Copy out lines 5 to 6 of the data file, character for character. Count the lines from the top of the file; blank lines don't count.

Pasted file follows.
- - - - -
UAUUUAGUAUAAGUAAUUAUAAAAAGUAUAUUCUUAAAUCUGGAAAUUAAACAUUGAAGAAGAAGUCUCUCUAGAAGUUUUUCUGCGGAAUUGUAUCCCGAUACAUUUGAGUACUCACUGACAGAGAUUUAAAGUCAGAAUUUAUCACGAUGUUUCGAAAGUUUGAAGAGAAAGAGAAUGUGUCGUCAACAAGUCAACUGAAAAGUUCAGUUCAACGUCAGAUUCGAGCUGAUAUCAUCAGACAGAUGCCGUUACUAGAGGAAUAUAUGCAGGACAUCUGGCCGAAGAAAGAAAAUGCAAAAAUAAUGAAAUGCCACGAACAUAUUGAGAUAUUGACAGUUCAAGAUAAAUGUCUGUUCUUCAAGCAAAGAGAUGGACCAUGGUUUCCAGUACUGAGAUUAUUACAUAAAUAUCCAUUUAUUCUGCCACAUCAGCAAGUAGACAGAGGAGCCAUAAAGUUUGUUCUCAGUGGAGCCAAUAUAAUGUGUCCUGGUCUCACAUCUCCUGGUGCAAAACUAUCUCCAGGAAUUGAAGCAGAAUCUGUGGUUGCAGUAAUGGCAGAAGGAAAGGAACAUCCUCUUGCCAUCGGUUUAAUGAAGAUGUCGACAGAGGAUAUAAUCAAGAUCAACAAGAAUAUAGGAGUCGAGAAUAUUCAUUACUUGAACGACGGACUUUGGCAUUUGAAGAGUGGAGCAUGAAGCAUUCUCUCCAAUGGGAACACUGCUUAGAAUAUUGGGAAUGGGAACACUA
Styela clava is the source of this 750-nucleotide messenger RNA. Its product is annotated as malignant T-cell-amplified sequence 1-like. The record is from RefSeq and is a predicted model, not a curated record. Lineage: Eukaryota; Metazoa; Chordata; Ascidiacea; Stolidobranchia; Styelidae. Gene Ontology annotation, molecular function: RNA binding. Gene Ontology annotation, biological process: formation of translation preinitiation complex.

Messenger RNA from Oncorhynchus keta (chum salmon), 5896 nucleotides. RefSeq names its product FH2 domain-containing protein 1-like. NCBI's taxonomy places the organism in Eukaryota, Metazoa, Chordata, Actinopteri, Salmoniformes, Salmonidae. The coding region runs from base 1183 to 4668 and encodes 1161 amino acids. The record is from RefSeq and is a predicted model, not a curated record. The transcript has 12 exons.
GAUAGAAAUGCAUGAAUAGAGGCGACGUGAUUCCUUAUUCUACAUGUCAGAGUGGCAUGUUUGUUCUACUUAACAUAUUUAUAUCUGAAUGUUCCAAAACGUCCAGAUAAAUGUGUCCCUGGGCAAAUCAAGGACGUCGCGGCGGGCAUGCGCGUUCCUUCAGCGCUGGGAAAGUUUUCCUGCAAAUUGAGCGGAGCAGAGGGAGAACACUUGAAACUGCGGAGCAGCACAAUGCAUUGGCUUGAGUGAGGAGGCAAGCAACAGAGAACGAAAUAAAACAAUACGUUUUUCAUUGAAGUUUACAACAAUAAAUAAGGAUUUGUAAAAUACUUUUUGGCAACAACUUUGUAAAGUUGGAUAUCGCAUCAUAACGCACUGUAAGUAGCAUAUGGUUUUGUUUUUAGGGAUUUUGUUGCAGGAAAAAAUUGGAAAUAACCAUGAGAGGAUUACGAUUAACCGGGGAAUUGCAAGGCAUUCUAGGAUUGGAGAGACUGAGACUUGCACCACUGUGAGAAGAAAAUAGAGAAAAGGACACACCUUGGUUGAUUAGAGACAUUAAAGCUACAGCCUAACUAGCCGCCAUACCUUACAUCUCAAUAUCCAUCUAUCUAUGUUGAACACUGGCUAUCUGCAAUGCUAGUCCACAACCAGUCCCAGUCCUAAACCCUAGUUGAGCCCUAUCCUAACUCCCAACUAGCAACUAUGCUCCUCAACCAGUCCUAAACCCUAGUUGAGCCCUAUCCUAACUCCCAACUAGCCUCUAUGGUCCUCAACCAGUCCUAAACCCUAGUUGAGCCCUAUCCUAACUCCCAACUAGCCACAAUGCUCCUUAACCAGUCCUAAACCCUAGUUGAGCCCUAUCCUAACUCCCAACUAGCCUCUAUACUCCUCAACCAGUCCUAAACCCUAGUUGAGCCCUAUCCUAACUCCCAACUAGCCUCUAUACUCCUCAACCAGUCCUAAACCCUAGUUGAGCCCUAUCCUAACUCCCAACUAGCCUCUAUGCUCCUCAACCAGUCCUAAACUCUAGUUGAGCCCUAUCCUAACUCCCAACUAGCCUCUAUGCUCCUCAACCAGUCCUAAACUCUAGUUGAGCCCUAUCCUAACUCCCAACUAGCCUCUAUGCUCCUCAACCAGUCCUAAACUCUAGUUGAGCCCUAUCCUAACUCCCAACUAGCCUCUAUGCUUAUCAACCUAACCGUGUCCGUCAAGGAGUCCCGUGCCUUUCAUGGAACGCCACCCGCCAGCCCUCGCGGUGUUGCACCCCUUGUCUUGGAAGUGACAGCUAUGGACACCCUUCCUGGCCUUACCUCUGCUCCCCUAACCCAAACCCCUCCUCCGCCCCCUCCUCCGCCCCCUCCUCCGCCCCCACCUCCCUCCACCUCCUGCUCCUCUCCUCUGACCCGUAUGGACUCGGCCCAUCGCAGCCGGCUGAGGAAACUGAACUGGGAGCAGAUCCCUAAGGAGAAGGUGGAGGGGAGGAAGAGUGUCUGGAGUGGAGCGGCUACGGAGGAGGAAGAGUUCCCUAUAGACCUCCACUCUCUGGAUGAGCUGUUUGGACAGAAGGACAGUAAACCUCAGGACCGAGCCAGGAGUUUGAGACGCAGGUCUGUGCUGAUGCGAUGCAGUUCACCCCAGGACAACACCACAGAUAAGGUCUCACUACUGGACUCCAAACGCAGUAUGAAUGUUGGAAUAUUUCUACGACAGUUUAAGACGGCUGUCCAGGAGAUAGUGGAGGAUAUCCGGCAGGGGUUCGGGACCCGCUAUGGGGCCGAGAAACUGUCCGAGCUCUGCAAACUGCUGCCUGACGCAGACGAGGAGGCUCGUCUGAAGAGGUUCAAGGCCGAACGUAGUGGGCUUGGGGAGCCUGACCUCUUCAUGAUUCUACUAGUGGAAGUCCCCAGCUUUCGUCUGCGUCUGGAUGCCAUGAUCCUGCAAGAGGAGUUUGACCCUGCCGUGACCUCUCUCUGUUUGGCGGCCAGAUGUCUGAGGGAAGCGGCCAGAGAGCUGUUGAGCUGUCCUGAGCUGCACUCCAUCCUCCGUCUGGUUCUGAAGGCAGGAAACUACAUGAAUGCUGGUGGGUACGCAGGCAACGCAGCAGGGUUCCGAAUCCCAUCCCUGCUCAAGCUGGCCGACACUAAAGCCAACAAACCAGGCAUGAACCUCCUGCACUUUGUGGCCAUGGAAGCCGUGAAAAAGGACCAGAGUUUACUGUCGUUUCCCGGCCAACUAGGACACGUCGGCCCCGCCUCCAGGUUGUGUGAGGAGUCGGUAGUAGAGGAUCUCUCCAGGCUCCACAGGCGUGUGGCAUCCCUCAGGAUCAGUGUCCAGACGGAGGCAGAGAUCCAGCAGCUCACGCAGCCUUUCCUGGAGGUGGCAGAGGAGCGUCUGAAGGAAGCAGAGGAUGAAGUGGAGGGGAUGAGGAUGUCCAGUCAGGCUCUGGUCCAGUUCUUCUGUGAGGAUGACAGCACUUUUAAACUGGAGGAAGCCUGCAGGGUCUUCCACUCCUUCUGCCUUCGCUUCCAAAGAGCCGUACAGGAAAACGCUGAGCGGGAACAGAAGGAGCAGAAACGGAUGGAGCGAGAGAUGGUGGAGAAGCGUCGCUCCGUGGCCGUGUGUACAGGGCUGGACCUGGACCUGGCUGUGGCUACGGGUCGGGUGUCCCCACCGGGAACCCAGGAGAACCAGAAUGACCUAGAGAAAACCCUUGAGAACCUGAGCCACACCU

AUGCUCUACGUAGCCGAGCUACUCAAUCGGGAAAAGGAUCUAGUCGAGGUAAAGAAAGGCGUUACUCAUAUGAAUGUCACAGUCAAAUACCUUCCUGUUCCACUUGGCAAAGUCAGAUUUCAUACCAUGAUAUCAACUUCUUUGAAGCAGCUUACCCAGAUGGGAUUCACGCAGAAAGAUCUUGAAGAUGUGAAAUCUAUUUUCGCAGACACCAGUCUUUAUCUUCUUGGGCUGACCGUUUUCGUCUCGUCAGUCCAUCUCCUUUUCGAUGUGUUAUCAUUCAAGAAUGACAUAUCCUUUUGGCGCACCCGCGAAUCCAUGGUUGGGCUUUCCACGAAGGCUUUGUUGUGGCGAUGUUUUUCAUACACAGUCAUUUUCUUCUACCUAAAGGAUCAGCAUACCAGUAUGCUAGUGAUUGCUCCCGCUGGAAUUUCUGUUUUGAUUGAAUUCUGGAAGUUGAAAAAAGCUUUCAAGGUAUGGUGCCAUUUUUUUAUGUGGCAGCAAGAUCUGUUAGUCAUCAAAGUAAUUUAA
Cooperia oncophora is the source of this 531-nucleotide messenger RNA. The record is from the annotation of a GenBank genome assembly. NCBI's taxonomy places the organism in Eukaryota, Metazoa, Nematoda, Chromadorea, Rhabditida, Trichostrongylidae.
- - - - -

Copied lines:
AUGCUCUACGUAGCCGAGCUACUCAAUCGGGAAAAGGAUCUAGUCGAGGUAAAGAAAGGCGUUACUCAUAUGAAUGUCACAGUCAAAUACCUUCCUGUUCCACUUGGCAAAGUCAGAUUUCAUACCAUGAUAUCAACUUCUUUGAAGCAGCUUACCCAGAUGGGAUUCACGCAGAAAGAUCUUGAAGAUGUGAAAUCUAUUUUCGCAGACACCAGUCUUUAUCUUCUUGGGCUGACCGUUUUCGUCUCGUCAGUCCAUCUCCUUUUCGAUGUGUUAUCAUUCAAGAAUGACAUAUCCUUUUGGCGCACCCGCGAAUCCAUGGUUGGGCUUUCCACGAAGGCUUUGUUGUGGCGAUGUUUUUCAUACACAGUCAUUUUCUUCUACCUAAAGGAUCAGCAUACCAGUAUGCUAGUGAUUGCUCCCGCUGGAAUUUCUGUUUUGAUUGAAUUCUGGAAGUUGAAAAAAGCUUUCAAGGUAUGGUGCCAUUUUUUUAUGUGGCAGCAAGAUCUGUUAGUCAUCAAAGUAAUUUAA
Cooperia oncophora is the source of this 531-nucleotide messenger RNA. The record is from the annotation of a GenBank genome assembly. NCBI's taxonomy places the organism in Eukaryota, Metazoa, Nematoda, Chromadorea, Rhabditida, Trichostrongylidae.